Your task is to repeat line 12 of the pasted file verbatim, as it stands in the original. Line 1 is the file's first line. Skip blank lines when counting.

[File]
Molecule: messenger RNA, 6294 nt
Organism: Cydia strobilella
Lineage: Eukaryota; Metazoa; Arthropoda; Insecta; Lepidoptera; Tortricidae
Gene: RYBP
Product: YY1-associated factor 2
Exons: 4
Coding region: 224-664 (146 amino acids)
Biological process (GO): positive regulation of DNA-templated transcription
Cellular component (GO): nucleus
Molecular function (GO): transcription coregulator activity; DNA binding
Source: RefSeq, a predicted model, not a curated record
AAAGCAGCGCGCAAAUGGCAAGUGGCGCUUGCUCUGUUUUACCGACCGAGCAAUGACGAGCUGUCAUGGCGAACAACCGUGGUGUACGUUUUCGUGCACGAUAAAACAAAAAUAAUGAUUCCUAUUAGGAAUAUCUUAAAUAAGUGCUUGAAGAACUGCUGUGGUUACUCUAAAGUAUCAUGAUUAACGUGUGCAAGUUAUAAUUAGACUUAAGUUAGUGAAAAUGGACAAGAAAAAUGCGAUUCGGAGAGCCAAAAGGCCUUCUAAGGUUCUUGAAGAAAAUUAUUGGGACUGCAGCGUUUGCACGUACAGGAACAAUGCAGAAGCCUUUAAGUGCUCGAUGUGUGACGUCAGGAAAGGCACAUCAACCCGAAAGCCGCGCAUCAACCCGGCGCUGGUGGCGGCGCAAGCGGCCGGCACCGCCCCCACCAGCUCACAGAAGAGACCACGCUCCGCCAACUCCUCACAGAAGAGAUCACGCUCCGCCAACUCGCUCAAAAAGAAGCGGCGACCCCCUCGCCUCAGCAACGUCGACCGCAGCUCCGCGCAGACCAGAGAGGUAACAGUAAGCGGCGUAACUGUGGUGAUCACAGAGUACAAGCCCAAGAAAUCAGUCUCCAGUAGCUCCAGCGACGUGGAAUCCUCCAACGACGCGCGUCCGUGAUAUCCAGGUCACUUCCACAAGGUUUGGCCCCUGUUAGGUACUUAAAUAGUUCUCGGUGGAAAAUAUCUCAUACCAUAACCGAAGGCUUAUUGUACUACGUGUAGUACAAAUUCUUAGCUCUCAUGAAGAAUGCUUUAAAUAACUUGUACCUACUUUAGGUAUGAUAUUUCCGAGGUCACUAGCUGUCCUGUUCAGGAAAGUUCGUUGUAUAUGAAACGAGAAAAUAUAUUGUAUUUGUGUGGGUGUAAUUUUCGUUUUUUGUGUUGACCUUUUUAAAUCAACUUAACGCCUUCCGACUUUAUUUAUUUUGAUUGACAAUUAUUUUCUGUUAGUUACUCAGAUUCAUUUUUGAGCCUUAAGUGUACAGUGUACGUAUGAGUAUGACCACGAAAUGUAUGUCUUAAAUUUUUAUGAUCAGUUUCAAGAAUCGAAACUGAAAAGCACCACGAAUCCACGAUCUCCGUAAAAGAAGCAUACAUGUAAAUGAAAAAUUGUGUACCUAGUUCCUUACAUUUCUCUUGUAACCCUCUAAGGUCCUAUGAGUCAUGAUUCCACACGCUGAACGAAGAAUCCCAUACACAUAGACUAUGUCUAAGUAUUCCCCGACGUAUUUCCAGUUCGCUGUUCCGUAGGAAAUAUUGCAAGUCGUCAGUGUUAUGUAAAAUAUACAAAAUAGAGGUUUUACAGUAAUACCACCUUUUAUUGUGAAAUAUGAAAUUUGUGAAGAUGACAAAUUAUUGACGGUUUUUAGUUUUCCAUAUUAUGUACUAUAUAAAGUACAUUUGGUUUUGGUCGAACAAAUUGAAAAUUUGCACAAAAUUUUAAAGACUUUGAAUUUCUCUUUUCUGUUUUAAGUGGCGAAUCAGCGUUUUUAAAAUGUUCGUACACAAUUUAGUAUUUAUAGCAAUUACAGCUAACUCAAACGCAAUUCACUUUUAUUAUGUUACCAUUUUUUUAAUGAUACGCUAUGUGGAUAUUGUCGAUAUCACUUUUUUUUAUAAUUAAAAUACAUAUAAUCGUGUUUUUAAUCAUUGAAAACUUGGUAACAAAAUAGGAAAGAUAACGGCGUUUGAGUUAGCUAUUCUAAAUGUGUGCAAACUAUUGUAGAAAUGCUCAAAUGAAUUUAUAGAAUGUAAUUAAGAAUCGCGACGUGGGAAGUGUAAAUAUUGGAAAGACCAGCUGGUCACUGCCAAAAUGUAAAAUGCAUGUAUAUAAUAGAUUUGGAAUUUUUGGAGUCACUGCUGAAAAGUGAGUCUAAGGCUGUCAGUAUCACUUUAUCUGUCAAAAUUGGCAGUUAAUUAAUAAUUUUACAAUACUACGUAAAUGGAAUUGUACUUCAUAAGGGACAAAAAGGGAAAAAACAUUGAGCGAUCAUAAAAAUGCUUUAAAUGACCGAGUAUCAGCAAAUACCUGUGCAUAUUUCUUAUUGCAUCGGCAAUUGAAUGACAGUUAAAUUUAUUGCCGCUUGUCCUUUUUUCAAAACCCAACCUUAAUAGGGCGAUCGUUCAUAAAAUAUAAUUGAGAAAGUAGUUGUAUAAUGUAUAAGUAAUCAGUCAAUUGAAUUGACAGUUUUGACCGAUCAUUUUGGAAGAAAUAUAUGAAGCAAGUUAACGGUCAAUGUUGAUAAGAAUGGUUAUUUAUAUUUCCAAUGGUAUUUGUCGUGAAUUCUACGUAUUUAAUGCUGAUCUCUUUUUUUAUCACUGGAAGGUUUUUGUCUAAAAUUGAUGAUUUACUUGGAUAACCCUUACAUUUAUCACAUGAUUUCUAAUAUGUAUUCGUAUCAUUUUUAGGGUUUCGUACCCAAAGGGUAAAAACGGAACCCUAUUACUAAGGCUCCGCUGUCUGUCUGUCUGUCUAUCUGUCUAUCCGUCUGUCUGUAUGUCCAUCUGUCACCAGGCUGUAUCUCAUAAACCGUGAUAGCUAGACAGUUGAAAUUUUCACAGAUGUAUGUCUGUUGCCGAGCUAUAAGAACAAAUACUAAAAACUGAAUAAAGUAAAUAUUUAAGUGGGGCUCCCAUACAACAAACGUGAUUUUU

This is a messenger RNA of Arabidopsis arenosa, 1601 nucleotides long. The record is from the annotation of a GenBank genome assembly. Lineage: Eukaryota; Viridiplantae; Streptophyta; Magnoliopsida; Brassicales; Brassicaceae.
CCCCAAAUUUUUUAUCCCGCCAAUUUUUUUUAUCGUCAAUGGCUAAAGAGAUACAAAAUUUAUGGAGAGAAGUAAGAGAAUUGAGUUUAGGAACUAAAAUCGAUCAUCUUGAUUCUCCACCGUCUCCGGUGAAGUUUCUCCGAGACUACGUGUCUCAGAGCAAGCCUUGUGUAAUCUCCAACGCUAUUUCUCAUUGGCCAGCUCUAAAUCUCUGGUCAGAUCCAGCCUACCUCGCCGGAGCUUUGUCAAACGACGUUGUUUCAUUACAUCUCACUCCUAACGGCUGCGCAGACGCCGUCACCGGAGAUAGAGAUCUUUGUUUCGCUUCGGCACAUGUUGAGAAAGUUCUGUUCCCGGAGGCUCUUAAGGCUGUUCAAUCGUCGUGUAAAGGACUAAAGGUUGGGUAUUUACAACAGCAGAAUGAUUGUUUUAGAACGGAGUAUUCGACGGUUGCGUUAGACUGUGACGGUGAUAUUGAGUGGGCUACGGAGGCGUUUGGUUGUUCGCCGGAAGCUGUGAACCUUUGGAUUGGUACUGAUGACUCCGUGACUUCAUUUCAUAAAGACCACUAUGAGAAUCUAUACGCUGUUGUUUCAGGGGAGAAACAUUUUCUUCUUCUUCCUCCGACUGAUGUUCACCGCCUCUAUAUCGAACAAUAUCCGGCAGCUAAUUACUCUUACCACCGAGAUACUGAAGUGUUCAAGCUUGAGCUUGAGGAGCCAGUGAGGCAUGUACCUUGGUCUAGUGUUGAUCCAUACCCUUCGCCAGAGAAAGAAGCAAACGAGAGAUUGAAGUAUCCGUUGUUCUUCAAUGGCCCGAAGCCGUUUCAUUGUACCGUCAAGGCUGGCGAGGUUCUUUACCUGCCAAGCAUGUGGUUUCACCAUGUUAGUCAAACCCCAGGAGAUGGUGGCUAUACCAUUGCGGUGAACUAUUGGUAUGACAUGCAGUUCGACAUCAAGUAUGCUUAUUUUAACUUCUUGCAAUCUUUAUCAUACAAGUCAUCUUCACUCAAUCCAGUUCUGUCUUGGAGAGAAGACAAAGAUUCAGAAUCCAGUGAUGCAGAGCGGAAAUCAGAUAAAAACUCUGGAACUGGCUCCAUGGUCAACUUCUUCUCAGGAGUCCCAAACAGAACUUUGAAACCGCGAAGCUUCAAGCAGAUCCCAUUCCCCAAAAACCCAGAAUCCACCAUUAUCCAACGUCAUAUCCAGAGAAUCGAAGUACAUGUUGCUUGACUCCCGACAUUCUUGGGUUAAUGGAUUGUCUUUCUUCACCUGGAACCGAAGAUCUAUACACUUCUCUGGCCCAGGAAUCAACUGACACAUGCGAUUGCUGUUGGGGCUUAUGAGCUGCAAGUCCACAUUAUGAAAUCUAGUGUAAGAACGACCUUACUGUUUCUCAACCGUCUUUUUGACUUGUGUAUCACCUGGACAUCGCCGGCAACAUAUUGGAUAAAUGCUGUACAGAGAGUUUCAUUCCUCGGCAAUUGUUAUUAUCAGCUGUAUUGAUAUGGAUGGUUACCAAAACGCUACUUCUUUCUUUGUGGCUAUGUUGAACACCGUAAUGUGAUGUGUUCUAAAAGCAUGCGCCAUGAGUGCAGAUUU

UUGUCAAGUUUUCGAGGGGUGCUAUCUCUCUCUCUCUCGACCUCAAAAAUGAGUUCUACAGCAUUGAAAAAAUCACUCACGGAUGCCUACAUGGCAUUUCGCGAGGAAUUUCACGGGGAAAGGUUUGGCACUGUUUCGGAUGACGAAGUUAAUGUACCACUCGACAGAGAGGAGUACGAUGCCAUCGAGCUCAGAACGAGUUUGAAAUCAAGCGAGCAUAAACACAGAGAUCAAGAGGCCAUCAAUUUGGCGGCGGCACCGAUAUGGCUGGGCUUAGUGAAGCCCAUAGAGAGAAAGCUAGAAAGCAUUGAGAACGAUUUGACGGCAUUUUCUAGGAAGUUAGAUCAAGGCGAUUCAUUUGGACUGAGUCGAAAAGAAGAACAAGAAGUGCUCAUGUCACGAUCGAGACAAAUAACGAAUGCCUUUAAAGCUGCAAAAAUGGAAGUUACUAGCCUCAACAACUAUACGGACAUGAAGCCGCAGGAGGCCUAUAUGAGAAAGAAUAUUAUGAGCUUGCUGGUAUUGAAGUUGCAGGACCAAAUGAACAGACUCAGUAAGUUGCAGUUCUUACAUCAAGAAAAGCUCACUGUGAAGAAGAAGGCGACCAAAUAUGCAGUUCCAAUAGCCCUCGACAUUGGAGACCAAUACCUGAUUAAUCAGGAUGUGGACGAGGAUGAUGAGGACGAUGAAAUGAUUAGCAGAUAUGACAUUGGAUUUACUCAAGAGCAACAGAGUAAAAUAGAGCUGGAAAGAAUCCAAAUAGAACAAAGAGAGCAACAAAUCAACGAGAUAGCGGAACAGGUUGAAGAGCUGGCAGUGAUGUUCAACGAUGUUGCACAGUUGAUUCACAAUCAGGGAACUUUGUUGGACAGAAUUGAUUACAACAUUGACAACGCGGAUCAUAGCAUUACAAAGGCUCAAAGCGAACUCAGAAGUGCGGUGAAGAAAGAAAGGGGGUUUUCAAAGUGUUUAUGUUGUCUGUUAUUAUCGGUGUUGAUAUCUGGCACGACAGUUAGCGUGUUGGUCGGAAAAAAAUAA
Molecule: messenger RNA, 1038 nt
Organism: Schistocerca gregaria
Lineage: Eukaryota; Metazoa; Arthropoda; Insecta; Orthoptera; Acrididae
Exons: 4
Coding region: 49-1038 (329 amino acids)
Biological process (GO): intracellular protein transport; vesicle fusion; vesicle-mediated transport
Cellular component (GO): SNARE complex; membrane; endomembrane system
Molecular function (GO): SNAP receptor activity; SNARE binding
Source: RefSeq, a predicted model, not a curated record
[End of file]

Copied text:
AAAGCAGCGCGCAAAUGGCAAGUGGCGCUUGCUCUGUUUUACCGACCGAGCAAUGACGAGCUGUCAUGGCGAACAACCGUGGUGUACGUUUUCGUGCACGAUAAAACAAAAAUAAUGAUUCCUAUUAGGAAUAUCUUAAAUAAGUGCUUGAAGAACUGCUGUGGUUACUCUAAAGUAUCAUGAUUAACGUGUGCAAGUUAUAAUUAGACUUAAGUUAGUGAAAAUGGACAAGAAAAAUGCGAUUCGGAGAGCCAAAAGGCCUUCUAAGGUUCUUGAAGAAAAUUAUUGGGACUGCAGCGUUUGCACGUACAGGAACAAUGCAGAAGCCUUUAAGUGCUCGAUGUGUGACGUCAGGAAAGGCACAUCAACCCGAAAGCCGCGCAUCAACCCGGCGCUGGUGGCGGCGCAAGCGGCCGGCACCGCCCCCACCAGCUCACAGAAGAGACCACGCUCCGCCAACUCCUCACAGAAGAGAUCACGCUCCGCCAACUCGCUCAAAAAGAAGCGGCGACCCCCUCGCCUCAGCAACGUCGACCGCAGCUCCGCGCAGACCAGAGAGGUAACAGUAAGCGGCGUAACUGUGGUGAUCACAGAGUACAAGCCCAAGAAAUCAGUCUCCAGUAGCUCCAGCGACGUGGAAUCCUCCAACGACGCGCGUCCGUGAUAUCCAGGUCACUUCCACAAGGUUUGGCCCCUGUUAGGUACUUAAAUAGUUCUCGGUGGAAAAUAUCUCAUACCAUAACCGAAGGCUUAUUGUACUACGUGUAGUACAAAUUCUUAGCUCUCAUGAAGAAUGCUUUAAAUAACUUGUACCUACUUUAGGUAUGAUAUUUCCGAGGUCACUAGCUGUCCUGUUCAGGAAAGUUCGUUGUAUAUGAAACGAGAAAAUAUAUUGUAUUUGUGUGGGUGUAAUUUUCGUUUUUUGUGUUGACCUUUUUAAAUCAACUUAACGCCUUCCGACUUUAUUUAUUUUGAUUGACAAUUAUUUUCUGUUAGUUACUCAGAUUCAUUUUUGAGCCUUAAGUGUACAGUGUACGUAUGAGUAUGACCACGAAAUGUAUGUCUUAAAUUUUUAUGAUCAGUUUCAAGAAUCGAAACUGAAAAGCACCACGAAUCCACGAUCUCCGUAAAAGAAGCAUACAUGUAAAUGAAAAAUUGUGUACCUAGUUCCUUACAUUUCUCUUGUAACCCUCUAAGGUCCUAUGAGUCAUGAUUCCACACGCUGAACGAAGAAUCCCAUACACAUAGACUAUGUCUAAGUAUUCCCCGACGUAUUUCCAGUUCGCUGUUCCGUAGGAAAUAUUGCAAGUCGUCAGUGUUAUGUAAAAUAUACAAAAUAGAGGUUUUACAGUAAUACCACCUUUUAUUGUGAAAUAUGAAAUUUGUGAAGAUGACAAAUUAUUGACGGUUUUUAGUUUUCCAUAUUAUGUACUAUAUAAAGUACAUUUGGUUUUGGUCGAACAAAUUGAAAAUUUGCACAAAAUUUUAAAGACUUUGAAUUUCUCUUUUCUGUUUUAAGUGGCGAAUCAGCGUUUUUAAAAUGUUCGUACACAAUUUAGUAUUUAUAGCAAUUACAGCUAACUCAAACGCAAUUCACUUUUAUUAUGUUACCAUUUUUUUAAUGAUACGCUAUGUGGAUAUUGUCGAUAUCACUUUUUUUUAUAAUUAAAAUACAUAUAAUCGUGUUUUUAAUCAUUGAAAACUUGGUAACAAAAUAGGAAAGAUAACGGCGUUUGAGUUAGCUAUUCUAAAUGUGUGCAAACUAUUGUAGAAAUGCUCAAAUGAAUUUAUAGAAUGUAAUUAAGAAUCGCGACGUGGGAAGUGUAAAUAUUGGAAAGACCAGCUGGUCACUGCCAAAAUGUAAAAUGCAUGUAUAUAAUAGAUUUGGAAUUUUUGGAGUCACUGCUGAAAAGUGAGUCUAAGGCUGUCAGUAUCACUUUAUCUGUCAAAAUUGGCAGUUAAUUAAUAAUUUUACAAUACUACGUAAAUGGAAUUGUACUUCAUAAGGGACAAAAAGGGAAAAAACAUUGAGCGAUCAUAAAAAUGCUUUAAAUGACCGAGUAUCAGCAAAUACCUGUGCAUAUUUCUUAUUGCAUCGGCAAUUGAAUGACAGUUAAAUUUAUUGCCGCUUGUCCUUUUUUCAAAACCCAACCUUAAUAGGGCGAUCGUUCAUAAAAUAUAAUUGAGAAAGUAGUUGUAUAAUGUAUAAGUAAUCAGUCAAUUGAAUUGACAGUUUUGACCGAUCAUUUUGGAAGAAAUAUAUGAAGCAAGUUAACGGUCAAUGUUGAUAAGAAUGGUUAUUUAUAUUUCCAAUGGUAUUUGUCGUGAAUUCUACGUAUUUAAUGCUGAUCUCUUUUUUUAUCACUGGAAGGUUUUUGUCUAAAAUUGAUGAUUUACUUGGAUAACCCUUACAUUUAUCACAUGAUUUCUAAUAUGUAUUCGUAUCAUUUUUAGGGUUUCGUACCCAAAGGGUAAAAACGGAACCCUAUUACUAAGGCUCCGCUGUCUGUCUGUCUGUCUAUCUGUCUAUCCGUCUGUCUGUAUGUCCAUCUGUCACCAGGCUGUAUCUCAUAAACCGUGAUAGCUAGACAGUUGAAAUUUUCACAGAUGUAUGUCUGUUGCCGAGCUAUAAGAACAAAUACUAAAAACUGAAUAAAGUAAAUAUUUAAGUGGGGCUCCCAUACAACAAACGUGAUUUUU